Well done Netherlands! Beating Mexico in the last minutes, you sure made for an exciting ending. So let’s have a look at the Netherlands, and more in particular, Amsterdam!
Two posts ago I warned people to not do drugs abroad. But while watching the world cup it dawned on me that many tourists go to the Netherlands for a rather specific reason …
The Netherlands is a beautiful country with a long history. It’s often called Holland by foreigners. But Holland is actually only a part of the Netherlands. You can read more about it here if you’re interested in that bit.
The country is known for tulips, wooden clogs, mills and cheese. But let’s be honest, most tourists (especially Americans) are interested in the Dutch version of the coffee shop! The menu in a coffee shop looks a little different from what most people are used to.
There are coffee shops all over the Netherlands. However most tourists will hang around Amsterdam. Because of the large tourist industry in the city, you’ll find a large number of shops. Most of them are close to the red light district … I don’t know if that’s by accident or not. And in the same general area there are also a lot of restaurants … again, I can’t vouch for the coincidence! I can however vouch for the variety of restaurants in the area. Italian, Chinese, Mexican, Japanese, Thai, Vietnamese, Uruguyan, Tibetan, German, French, … If you fancy it, you’ll probably be able to find it. So dig in!
Yes, it is legal for tourists to buy and use soft drugs in Amsterdam. Which is a big contrast to most countries and especially the South East Asian ones I posted about earlier. But it’s not legel all over the Netherlands, at least not for tourists. In recent years a lot has been said, done, undone and redone when it comes to coffee shops near the borders with Belgium and Germany. The end result is that there are still coffee shops near the borders, but you can only buy drugs there if you have the Dutch nationality. The reason for this is of course drug trafficking. People from Belgium, Germany and France could easily cross the border, buy drugs and export it to their own or other countries to use or sell. The chances of getting caught were small since many countries in the European Union have abolished border controls. This is not a consequence of being part of the EU, but of the Schengen Agreement.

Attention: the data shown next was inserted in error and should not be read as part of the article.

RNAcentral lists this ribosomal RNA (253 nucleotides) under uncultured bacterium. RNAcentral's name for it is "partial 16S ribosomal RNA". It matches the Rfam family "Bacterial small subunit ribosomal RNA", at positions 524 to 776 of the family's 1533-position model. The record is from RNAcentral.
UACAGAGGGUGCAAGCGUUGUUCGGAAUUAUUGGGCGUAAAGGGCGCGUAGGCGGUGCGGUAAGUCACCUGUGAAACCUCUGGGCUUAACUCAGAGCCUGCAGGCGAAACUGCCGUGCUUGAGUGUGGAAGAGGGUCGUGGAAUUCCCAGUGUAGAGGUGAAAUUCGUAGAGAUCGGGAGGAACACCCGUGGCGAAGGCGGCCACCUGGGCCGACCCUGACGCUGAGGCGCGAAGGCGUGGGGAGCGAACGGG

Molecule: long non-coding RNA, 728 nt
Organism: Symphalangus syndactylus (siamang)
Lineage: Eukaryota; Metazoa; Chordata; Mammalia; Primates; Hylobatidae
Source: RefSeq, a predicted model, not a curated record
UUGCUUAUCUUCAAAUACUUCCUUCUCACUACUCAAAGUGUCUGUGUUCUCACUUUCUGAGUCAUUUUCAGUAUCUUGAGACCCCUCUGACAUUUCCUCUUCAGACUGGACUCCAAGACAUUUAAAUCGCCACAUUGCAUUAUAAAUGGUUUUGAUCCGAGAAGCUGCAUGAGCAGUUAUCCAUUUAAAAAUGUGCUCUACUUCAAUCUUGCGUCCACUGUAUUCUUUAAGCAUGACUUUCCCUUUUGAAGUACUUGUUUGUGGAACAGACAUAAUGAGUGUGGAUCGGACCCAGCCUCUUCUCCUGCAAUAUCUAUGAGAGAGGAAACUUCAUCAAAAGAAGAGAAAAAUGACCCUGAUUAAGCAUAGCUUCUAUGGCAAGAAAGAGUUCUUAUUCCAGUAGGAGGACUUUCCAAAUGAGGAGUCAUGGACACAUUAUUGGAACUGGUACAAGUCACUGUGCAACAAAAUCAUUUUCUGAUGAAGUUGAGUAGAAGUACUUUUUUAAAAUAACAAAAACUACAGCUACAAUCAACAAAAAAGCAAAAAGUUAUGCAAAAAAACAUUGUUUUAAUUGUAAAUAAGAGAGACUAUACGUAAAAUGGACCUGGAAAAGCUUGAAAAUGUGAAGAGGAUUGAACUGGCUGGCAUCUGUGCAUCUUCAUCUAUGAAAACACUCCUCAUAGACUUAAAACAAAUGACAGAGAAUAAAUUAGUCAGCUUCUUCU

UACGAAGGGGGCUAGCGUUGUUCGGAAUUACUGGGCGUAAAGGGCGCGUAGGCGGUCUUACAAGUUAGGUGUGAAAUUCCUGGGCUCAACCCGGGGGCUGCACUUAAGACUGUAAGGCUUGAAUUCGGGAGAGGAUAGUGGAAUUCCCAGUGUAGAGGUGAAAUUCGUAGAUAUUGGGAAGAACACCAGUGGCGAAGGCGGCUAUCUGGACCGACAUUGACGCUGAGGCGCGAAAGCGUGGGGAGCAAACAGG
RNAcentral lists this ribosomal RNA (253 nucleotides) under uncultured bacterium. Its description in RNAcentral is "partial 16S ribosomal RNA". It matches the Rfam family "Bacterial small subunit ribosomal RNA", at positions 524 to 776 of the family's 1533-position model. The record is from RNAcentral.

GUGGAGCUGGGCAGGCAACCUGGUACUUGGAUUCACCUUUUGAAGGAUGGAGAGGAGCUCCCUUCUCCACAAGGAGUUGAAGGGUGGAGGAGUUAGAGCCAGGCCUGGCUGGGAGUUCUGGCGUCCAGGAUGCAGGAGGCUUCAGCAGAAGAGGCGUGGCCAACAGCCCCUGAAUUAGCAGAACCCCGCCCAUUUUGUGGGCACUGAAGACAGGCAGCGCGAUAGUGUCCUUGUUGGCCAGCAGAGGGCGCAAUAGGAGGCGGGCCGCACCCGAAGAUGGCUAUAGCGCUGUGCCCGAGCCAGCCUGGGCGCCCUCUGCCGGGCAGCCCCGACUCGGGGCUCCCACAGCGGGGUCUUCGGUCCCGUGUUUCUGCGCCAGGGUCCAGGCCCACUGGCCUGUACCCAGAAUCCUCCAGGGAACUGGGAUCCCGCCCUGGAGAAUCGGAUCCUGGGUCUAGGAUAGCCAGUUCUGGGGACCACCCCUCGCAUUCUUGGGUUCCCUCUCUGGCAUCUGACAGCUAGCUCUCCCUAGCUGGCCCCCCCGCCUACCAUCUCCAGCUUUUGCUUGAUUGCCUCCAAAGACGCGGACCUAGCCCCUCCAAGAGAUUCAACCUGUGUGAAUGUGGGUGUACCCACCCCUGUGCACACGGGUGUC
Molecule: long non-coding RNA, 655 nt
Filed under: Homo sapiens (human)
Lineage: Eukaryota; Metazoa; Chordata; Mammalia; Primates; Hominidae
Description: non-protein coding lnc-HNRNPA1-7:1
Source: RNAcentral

But the Netherlands and Amsterdam in particular are more than that. There are many nice sights to see. Dam square, the Van Gogh museum, the Rijksmuseum, the Anne Frank house, the Vondelpark are just a few of many other things to see.
And of course, last but not least, the famous canals (grachten). Amsterdam is often called Venice of the North. Truth is that Amsterdam actually has more canals and bridges over them than Venice does! Amsterdam’s canals are more or less equally as old as the ones in Venice. But Venice seems to have a better PR machine. Or perhaps it’s because of all the old movies that feature the Venice canals in them. Whatever the reason is, the canals are very nice to walk by, and popular with tourists for photo opportunities! You’ll find many places to eat or just have a drink right next to them if you’re tired of walking around the city.
In fact, much like in the picture, local people often sit right next to the canals. Sometimes bringing some drinks and snacks to just enjoy the cooler temperatures and hang out with friends. I’ve even seen people enjoy entire picnics there!
There are many things to enjoy throughout the country. But if you decide to pay a visit to a coffee shop, take it easy. Every year tourists underestimate the effects or use too much drugs and end up hurting themselves, falling into the canals or worse, end up dead due to accidents. So enjoy, but be careful!